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Hydrology and Earth System Sciences An interactive open-access journal of the European Geosciences Union
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Volume 17, issue 2
Hydrol. Earth Syst. Sci., 17, 761–781, 2013
https://doi.org/10.5194/hess-17-761-2013
© Author(s) 2013. This work is distributed under
the Creative Commons Attribution 3.0 License.
Hydrol. Earth Syst. Sci., 17, 761–781, 2013
https://doi.org/10.5194/hess-17-761-2013
© Author(s) 2013. This work is distributed under
the Creative Commons Attribution 3.0 License.

Research article 21 Feb 2013

Research article | 21 Feb 2013

Influence of basin connectivity on sediment source, transport, and storage within the Mkabela Basin, South Africa

J. R. Miller1, G. Mackin2, P. Lechler1, M. Lord1, and S. Lorentz3 J. R. Miller et al.
  • 1Department of Geosciences and Natural Resources, Western Carolina University, Cullowhee, NC 28723, USA
  • 2Department of Mathematics and Statistics, Northern Kentucky University, Highland Heights, KY 41099, USA
  • 3School of Bioresources Engineering and Environmental Hydrology, University of KwaZulu–Natal, Pietermaritzburg, South Africa

Abstract. The management of sediment and other non-point source (NPS) pollution has proven difficult, and requires a sound understanding of particle movement through the drainage system. The primary objective of this investigation was to obtain an understanding of NPS sediment source(s), transport, and storage within the Mkabela Basin, a representative agricultural catchment within the KwaZulu–Natal Midlands of eastern South Africa, by combining geomorphic, hydrologic and geochemical fingerprinting analyses.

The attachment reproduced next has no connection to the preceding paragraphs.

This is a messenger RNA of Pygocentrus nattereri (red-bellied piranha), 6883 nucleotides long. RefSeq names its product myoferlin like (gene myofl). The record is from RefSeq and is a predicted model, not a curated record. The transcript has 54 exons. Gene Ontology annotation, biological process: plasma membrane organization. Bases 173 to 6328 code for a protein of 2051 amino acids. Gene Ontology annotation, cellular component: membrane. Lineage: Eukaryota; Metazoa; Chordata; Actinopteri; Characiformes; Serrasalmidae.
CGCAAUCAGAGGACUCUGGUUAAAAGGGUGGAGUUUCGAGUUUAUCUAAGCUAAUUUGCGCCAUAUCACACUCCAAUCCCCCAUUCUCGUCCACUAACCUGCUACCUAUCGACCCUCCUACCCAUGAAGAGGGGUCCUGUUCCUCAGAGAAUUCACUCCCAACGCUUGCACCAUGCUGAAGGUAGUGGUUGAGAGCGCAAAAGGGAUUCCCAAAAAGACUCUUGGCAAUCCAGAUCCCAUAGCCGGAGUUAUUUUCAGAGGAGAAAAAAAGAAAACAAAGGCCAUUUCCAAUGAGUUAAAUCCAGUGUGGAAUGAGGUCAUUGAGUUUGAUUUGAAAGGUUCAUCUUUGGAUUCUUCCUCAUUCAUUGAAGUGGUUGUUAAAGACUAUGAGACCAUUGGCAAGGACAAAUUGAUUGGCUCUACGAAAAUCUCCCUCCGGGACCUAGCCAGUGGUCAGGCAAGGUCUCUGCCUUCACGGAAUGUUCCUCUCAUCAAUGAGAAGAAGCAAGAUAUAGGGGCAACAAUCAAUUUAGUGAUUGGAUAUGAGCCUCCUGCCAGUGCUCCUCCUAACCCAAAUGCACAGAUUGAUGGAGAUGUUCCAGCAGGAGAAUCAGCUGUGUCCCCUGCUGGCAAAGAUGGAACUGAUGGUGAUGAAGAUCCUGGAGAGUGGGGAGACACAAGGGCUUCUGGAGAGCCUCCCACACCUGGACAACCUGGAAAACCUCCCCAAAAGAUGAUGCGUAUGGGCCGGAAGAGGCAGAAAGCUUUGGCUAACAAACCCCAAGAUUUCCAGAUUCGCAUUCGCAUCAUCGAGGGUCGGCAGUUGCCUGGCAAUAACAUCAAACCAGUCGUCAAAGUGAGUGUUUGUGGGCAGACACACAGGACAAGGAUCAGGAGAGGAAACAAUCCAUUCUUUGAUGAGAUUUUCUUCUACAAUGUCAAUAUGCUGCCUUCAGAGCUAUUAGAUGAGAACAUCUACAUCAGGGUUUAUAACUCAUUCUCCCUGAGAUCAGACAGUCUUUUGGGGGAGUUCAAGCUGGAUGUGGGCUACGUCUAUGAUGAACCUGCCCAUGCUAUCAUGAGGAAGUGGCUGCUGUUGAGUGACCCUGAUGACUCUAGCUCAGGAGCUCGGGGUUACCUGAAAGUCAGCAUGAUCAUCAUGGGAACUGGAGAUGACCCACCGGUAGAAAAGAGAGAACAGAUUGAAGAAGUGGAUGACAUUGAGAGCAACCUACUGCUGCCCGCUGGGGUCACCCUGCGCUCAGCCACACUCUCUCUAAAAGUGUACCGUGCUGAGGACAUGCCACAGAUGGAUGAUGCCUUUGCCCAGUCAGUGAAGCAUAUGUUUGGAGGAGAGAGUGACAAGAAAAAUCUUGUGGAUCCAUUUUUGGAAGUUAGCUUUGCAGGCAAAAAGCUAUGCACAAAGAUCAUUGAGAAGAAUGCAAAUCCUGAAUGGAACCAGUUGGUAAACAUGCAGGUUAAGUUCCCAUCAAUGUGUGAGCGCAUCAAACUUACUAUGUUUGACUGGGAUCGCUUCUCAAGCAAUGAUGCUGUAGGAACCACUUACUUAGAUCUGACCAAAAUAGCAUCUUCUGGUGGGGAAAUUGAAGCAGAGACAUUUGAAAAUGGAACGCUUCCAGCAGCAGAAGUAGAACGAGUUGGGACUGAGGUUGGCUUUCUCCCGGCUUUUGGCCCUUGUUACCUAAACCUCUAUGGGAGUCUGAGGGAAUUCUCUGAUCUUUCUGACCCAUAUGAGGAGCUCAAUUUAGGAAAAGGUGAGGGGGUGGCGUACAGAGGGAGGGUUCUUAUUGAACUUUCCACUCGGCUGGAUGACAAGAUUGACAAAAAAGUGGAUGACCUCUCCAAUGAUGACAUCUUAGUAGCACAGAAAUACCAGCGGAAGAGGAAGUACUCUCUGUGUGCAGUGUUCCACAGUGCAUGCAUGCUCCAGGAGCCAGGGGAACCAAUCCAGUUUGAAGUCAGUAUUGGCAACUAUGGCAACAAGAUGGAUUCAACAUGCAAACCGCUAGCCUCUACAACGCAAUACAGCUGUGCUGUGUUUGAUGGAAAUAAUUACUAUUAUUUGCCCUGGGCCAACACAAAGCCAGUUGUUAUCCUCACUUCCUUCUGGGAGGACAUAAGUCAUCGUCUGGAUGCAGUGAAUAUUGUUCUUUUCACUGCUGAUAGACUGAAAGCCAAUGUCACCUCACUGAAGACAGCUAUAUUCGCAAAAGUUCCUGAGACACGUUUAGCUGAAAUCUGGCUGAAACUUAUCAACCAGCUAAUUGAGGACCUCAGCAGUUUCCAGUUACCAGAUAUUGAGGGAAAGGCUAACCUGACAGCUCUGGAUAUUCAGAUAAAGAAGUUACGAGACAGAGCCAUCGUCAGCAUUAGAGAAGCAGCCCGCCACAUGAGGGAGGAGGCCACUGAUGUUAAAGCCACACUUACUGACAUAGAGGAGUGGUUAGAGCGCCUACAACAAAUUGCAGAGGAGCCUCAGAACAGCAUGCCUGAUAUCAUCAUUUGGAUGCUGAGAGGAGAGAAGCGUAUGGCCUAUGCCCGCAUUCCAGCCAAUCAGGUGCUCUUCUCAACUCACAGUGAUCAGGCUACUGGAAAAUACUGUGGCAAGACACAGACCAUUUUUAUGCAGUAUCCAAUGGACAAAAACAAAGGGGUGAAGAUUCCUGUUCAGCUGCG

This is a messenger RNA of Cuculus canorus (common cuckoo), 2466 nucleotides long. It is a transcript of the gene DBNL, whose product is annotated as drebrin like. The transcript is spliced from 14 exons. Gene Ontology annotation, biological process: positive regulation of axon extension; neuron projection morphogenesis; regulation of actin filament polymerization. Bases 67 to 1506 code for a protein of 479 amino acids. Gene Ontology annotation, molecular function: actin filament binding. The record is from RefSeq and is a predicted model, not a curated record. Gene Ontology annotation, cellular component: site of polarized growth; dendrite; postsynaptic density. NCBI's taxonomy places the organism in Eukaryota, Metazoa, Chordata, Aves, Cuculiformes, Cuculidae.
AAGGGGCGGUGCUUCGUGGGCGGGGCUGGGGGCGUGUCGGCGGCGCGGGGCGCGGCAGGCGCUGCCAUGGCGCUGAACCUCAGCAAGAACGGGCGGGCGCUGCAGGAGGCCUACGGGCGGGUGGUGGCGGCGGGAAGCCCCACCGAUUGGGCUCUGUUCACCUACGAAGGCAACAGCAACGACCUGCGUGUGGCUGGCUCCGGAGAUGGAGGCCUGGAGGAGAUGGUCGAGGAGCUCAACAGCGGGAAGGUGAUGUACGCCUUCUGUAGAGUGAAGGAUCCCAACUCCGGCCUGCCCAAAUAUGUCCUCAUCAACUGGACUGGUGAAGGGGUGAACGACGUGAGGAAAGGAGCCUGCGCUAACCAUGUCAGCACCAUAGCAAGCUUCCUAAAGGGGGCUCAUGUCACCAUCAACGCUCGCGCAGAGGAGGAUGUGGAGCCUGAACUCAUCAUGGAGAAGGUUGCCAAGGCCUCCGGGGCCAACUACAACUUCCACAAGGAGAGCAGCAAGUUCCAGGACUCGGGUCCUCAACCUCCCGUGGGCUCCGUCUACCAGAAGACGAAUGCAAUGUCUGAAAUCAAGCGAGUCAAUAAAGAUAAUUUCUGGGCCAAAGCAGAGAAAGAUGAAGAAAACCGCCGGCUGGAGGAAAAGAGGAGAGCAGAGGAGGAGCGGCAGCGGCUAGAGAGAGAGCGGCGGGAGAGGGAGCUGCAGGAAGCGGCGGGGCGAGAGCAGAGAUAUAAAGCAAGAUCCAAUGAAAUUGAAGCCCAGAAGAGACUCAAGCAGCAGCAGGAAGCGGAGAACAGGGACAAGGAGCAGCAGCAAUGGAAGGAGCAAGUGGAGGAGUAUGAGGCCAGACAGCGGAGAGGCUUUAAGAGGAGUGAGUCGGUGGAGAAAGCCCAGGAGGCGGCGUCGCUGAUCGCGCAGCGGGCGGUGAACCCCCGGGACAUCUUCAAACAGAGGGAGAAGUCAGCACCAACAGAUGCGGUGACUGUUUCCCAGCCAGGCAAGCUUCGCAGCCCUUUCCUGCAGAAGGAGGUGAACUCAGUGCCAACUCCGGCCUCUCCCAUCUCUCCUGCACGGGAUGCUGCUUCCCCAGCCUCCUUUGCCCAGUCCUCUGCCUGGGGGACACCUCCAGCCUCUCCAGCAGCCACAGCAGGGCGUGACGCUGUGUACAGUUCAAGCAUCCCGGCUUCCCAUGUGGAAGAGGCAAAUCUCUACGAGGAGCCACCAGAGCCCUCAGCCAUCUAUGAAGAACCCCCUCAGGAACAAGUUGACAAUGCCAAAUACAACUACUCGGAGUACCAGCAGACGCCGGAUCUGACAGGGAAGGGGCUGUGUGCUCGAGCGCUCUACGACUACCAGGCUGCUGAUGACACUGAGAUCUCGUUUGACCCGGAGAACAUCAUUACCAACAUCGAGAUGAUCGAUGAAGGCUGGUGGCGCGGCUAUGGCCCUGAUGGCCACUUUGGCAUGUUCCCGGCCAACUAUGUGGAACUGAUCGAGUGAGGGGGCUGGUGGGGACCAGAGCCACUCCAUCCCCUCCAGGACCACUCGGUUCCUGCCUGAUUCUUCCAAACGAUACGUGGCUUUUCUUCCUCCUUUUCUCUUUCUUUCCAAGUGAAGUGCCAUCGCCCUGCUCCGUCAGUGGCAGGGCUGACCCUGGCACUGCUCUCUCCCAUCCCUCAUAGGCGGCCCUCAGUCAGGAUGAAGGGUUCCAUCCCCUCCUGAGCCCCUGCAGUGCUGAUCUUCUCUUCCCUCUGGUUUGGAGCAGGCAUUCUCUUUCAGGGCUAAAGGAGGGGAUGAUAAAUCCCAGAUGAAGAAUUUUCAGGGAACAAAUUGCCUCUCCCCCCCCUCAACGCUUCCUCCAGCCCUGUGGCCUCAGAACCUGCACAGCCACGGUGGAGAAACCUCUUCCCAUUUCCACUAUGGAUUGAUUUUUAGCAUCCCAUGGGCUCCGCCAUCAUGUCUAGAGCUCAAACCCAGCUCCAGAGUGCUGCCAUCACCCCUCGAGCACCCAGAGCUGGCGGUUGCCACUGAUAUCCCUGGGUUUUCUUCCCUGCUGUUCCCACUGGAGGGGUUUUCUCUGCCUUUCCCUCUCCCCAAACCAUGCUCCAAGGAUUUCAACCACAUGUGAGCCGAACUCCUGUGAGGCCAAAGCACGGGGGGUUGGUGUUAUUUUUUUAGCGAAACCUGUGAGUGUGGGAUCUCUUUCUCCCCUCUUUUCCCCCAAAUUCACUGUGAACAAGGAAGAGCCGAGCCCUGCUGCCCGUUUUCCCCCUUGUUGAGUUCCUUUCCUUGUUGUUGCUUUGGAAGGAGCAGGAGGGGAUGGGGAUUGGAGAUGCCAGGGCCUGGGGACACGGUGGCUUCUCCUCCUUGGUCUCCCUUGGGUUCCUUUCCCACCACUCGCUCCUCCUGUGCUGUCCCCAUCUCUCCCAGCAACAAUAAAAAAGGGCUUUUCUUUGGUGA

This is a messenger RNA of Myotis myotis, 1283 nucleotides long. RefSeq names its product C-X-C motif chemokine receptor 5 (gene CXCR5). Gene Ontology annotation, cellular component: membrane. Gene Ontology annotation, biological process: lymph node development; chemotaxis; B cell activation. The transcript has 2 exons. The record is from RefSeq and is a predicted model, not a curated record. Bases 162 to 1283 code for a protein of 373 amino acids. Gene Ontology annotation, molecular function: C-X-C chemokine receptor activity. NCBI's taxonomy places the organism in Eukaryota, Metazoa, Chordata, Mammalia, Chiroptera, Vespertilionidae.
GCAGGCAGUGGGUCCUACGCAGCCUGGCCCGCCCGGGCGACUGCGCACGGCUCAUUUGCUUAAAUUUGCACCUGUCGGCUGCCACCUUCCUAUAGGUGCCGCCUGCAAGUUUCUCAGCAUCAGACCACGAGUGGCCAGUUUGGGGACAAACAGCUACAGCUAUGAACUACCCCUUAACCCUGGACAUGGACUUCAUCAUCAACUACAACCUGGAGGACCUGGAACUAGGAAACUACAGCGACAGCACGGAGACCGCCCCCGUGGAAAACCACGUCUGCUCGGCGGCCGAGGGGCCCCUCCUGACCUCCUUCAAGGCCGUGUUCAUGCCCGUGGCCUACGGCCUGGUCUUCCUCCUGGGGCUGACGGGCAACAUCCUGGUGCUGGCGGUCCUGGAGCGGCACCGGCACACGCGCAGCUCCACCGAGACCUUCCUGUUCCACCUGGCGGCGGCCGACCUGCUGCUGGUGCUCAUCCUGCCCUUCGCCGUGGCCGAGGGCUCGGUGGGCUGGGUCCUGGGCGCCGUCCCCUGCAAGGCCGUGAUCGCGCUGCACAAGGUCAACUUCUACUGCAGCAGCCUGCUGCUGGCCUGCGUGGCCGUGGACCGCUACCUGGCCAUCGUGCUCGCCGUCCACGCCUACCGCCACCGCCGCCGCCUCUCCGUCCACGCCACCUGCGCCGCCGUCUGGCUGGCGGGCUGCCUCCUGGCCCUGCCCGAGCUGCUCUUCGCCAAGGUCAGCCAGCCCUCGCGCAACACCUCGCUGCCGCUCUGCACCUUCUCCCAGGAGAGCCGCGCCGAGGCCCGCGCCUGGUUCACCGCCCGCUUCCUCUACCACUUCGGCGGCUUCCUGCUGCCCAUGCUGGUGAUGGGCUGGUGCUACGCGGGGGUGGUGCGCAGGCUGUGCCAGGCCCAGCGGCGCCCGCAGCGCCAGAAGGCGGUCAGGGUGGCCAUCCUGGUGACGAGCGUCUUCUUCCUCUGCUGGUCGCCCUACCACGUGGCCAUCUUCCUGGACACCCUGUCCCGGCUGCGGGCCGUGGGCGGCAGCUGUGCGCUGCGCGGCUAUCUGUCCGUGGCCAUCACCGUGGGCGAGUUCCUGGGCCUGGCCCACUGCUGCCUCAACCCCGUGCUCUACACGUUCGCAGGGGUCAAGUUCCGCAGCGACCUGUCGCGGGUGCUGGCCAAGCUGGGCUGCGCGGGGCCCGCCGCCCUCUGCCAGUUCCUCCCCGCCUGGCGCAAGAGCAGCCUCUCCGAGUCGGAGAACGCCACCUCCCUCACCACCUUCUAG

The Mkabela Basin can be subdivided into three distinct subcatchments that differ in their ability to transport and store sediment along the axial valley. Headwater (upper catchment) areas are characterized by extensive wetlands that act as significant sediment sinks. Mid-catchment areas, characterized by higher relief and valley gradients, exhibit few wetlands, but rather are dominated by a combination of alluvial and bedrock channels that are conducive to sediment transport. The lower catchment exhibits a low-gradient alluvial channel that is boarded by extensive riparian wetlands that accumulate large quantities of sediment (and NPS pollutants).

Fingerprinting studies suggest that silt- and clay-rich layers found within wetland and reservoir deposits of the upper and upper-mid subcatchments are derived from the erosion of fine-grained, valley bottom soils frequently utilized as vegetable fields. Coarser-grained deposits within these wetlands and reservoirs result from the erosion of sandier hillslope soils extensively utilized for sugar cane, during relatively high magnitude runoff events that are capable of transporting sand-sized sediment off the slopes. Thus, the source of sediment to the axial valley varies as a function of sediment size and runoff magnitude. Sediment export from upper to lower catchment areas was limited until the early 1990s, in part because the upper catchment wetlands were hydrologically disconnected from lower parts of the watershed during low to moderate flood events. The construction of a drainage ditch through a previously unchanneled wetland altered the hydrologic connectivity of the catchment, allowing sediment to be transported from the headwaters to the lower basin where much of it was deposited within riparian wetlands. The axial drainage system is now geomorphically and hydrologically connected during events capable of overflowing dams located throughout the study basin. The study indicates that increased valley connectivity partly negated the positive benefits of controlling sediment/nutrient exports from the catchment by means of upland based, best management practices.

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